Generally, by the time you are Real, most of your hair has been loved off, and your eyes drop out and you get loose in the joints and very shabby. But these things don't matter at all, because once you are Real you can't be ugly, except to people who don't understand. [Margery Williams, "The Velveteen Rabbit"]
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chestnut (n.)

type of tall tree native to western Asia, southern Europe, and eastern U.S., also the large "nut" that it produces, 1560s, from chesten nut (1510s), with superfluous nut (n.) + Middle English chasteine, from Old French chastain (12c., Modern French châtaigne), from Latin castanea "chestnut, chestnut tree," from Greek kastaneia, which the Greeks explained as either "nut from Castanea" in Pontus, or "nut from Castana" in Thessaly, but probably both places are named for the trees, not the other way around, and the word is borrowed from a language of Asia Minor (compare Armenian kask "chestnut," kaskeni "chestnut tree"). In reference to the dark reddish-brown color, 1650s. Applied to the horse-chestnut by 1832.

The slang sense of "venerable joke or story" is from 1885, explained by U.S. actor Joseph Jefferson ("Lippincott's Monthly Magazine," January 1888) as probably abstracted from the 1816 melodrama "The Broken Sword" by William Dimond where an oft-repeated story involving a chestnut tree figures in an exchange between the characters "Captain Zavior" and "Pablo":

Zav. Let me see—aye! it is exactly six years since, that peace being restored to Spain, and my ship paid off, my kind brother offer'd me a snug hammock in the dwelling of my forefathers;—I mounted a mule at Barcelona, and trotted away for my native mountains. At the dawn of the fourth day's journey, I entered the wood of Collares, when, suddenly from the thick boughs of a cork-tree—
Pab. [Jumping up.] A chesnut, Captain, a chesnut!
Zav. Bah! you booby, I say, a cork.
Pab. And I swear, a chesnut—Captain! this is the twenty-seventh time I have heard you relate this story, and you invariably said, a chesnut, till now.
Zav. Did I? Well, a chesnut be it then. But, take your seat again.

Jefferson traced the connection through William Warren (1812-1888), "the veteran comedian of Boston" (and Jefferson's cousin) who often played Pablo in the melodrama.

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record (n.)

c. 1300, "testimony committed to writing, fact or condition of having been recorded," from Old French record "memory; statement, report," from recorder "to record" (see record (v.)). Also in part from Medieval Latin noun recordum, recorda. Related: Records.

The meaning "a written account of some fact, event, or proceeding for the purpose of preserving the memory of it" is from late 14c., as is the sense of "official document of a government department or municipal office." Hence the meaning "fact or condition of being preserved as knowledge, especially by being put into writing" (late 14c.).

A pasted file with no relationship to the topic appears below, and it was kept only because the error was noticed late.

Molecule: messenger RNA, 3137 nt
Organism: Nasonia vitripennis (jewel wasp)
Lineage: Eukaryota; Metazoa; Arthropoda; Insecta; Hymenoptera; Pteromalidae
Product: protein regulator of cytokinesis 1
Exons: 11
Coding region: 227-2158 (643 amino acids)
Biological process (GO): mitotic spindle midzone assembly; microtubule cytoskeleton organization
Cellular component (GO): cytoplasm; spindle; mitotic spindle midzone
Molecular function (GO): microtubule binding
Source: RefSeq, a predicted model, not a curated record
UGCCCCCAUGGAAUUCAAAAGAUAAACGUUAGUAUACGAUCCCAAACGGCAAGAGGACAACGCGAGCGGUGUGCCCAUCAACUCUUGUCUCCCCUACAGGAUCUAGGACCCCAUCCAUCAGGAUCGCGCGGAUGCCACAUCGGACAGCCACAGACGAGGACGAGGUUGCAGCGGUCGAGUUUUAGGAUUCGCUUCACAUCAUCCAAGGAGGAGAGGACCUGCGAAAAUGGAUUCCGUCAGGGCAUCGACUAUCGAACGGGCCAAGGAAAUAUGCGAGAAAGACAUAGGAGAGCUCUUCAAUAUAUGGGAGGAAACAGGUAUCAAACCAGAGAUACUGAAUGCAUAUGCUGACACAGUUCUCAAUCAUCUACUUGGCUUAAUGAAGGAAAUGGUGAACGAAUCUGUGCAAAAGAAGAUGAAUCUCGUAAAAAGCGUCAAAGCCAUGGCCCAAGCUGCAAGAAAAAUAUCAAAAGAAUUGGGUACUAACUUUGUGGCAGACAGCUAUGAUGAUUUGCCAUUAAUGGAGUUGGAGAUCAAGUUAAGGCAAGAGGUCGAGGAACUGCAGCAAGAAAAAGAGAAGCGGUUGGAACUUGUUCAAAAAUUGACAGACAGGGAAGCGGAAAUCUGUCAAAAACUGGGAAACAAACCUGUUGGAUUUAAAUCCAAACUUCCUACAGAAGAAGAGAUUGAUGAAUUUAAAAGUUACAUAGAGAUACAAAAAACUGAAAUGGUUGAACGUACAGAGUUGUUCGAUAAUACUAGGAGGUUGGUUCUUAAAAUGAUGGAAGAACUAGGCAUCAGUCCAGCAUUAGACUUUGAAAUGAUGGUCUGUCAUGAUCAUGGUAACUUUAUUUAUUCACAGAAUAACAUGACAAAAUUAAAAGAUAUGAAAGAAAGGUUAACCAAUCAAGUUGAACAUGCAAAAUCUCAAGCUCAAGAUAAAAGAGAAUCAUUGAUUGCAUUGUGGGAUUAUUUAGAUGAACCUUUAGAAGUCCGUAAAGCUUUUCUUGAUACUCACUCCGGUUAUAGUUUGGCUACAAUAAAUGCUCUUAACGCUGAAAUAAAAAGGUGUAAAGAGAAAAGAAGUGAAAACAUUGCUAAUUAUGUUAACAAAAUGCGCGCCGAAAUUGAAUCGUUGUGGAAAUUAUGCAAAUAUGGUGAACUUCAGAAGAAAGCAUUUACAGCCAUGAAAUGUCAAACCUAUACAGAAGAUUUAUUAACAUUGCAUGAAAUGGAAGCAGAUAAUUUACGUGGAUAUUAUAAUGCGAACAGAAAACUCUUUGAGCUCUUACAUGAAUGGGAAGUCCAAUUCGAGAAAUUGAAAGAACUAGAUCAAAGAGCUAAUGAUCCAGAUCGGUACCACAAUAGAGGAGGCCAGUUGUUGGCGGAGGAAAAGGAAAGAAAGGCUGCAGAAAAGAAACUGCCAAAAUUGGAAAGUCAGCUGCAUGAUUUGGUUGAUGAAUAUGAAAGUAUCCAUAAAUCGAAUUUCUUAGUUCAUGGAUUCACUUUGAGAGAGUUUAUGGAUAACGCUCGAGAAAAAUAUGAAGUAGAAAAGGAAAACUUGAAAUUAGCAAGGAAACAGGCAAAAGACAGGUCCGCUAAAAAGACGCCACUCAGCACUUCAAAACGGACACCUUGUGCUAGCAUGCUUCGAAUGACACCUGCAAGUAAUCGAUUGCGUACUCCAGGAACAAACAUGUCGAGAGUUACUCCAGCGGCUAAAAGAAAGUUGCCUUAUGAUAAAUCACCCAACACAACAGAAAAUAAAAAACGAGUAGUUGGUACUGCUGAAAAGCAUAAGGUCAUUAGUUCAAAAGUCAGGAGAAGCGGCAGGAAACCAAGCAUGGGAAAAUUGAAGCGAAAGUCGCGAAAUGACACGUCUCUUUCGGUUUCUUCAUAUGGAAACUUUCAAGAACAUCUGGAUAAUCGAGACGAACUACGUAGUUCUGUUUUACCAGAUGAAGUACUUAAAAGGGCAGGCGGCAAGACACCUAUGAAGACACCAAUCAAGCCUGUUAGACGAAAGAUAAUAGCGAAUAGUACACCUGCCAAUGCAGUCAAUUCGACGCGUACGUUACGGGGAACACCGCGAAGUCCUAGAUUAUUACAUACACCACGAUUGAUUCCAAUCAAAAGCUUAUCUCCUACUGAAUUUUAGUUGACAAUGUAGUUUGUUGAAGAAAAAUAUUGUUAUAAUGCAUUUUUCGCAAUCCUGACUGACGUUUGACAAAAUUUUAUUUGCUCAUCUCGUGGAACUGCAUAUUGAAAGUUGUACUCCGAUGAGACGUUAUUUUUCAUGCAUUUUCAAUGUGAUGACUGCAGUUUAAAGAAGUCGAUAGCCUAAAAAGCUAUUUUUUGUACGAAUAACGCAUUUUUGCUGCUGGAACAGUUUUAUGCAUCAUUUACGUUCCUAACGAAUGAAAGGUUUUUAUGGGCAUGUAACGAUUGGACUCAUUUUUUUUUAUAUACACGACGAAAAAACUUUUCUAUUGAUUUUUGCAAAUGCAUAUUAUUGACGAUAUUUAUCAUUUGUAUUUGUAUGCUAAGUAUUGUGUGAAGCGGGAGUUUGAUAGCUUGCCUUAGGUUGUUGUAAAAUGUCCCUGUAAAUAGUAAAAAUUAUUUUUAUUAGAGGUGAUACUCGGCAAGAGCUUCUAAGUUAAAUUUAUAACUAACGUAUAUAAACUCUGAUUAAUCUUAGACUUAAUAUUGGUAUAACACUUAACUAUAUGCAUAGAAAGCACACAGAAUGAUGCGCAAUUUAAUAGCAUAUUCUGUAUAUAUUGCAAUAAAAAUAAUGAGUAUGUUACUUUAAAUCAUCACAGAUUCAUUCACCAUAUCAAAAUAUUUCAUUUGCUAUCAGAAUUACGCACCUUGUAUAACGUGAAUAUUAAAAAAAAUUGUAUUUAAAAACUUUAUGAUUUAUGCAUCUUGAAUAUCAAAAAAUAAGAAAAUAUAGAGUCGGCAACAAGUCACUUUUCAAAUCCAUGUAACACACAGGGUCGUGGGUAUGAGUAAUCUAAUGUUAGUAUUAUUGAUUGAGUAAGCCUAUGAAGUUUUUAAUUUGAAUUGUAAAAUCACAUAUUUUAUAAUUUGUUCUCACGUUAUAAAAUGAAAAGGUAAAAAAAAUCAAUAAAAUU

The meaning "disk on which sounds or images have been recorded" is attested from 1878, originally also of Edison's wax cylinders, later extended somewhat to other forms of sound storage. Record-player is attested from 1919; record-album " audio recordings issued as a collection" is by 1936. Earlier it was "an album in which to store Edison cylinders." "The man who owns Blue Amberol Records only, ought to have albums in which to keep them instead of scattering them around or keeping them in old boxes, etc., under the piano or the sofa." [advertisement, Edison Phonograph Monthly, July 1913]. Record-store is attested by 1933; record-shop from 1929.

The meaning "best or highest official achievement in a sport, activity, etc." is by 1883; the verb to go with it might be break (1924) or beat (1884). The sense of "aggregate of known facts in a person's life" is by 1856, American English.

The journalist's phrase on the record is attested from 1900; adverbial phrase off the record "confidentially" is attested from 1906. For the record "for the sake of having the facts known" is by 1930 in congressional testimony. To keep (or set) the record straight is by 1949. The legal phrase matter of record was in Middle English as "matter that has been formally recorded or documented" and "legal issue that can be resolved by existing record."

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bean (n.)

Old English bean "bean, pea, legume," from Proto-Germanic *bauno (source also of Old Norse baun, Middle Dutch bone, Dutch boon, Old High German bona, German Bohne), and related to Latin faba "bean;" Greek phakos "lentil;" Albanian bathë "horse-bean;" Old Prussian babo, Russian bob "bean," but the original form is obscure. Watkins suggests a PIE reduplicated root *bha-bhā- "broad bean;" de Vaan writes that the Italic, Slavic and Germanic "are probably independent loanwords from a European substratum word of the form *bab- (or similar) 'bean'."

As a metaphor for "something of small value" it is attested from c. 1300 (hill of beans as something not much to amount to is from 1863). The meaning "head" is U.S. baseball slang 1905 (in bean-ball "a pitch thrown at the head"); thus slang verb bean meaning "to hit on the head," attested from 1910. Bean-shooter as a child's weapon for mischief, a sort of small sling-shot to fire beans, is attested from 1876. Derisive slang bean-counter "accountant" is recorded by 1971.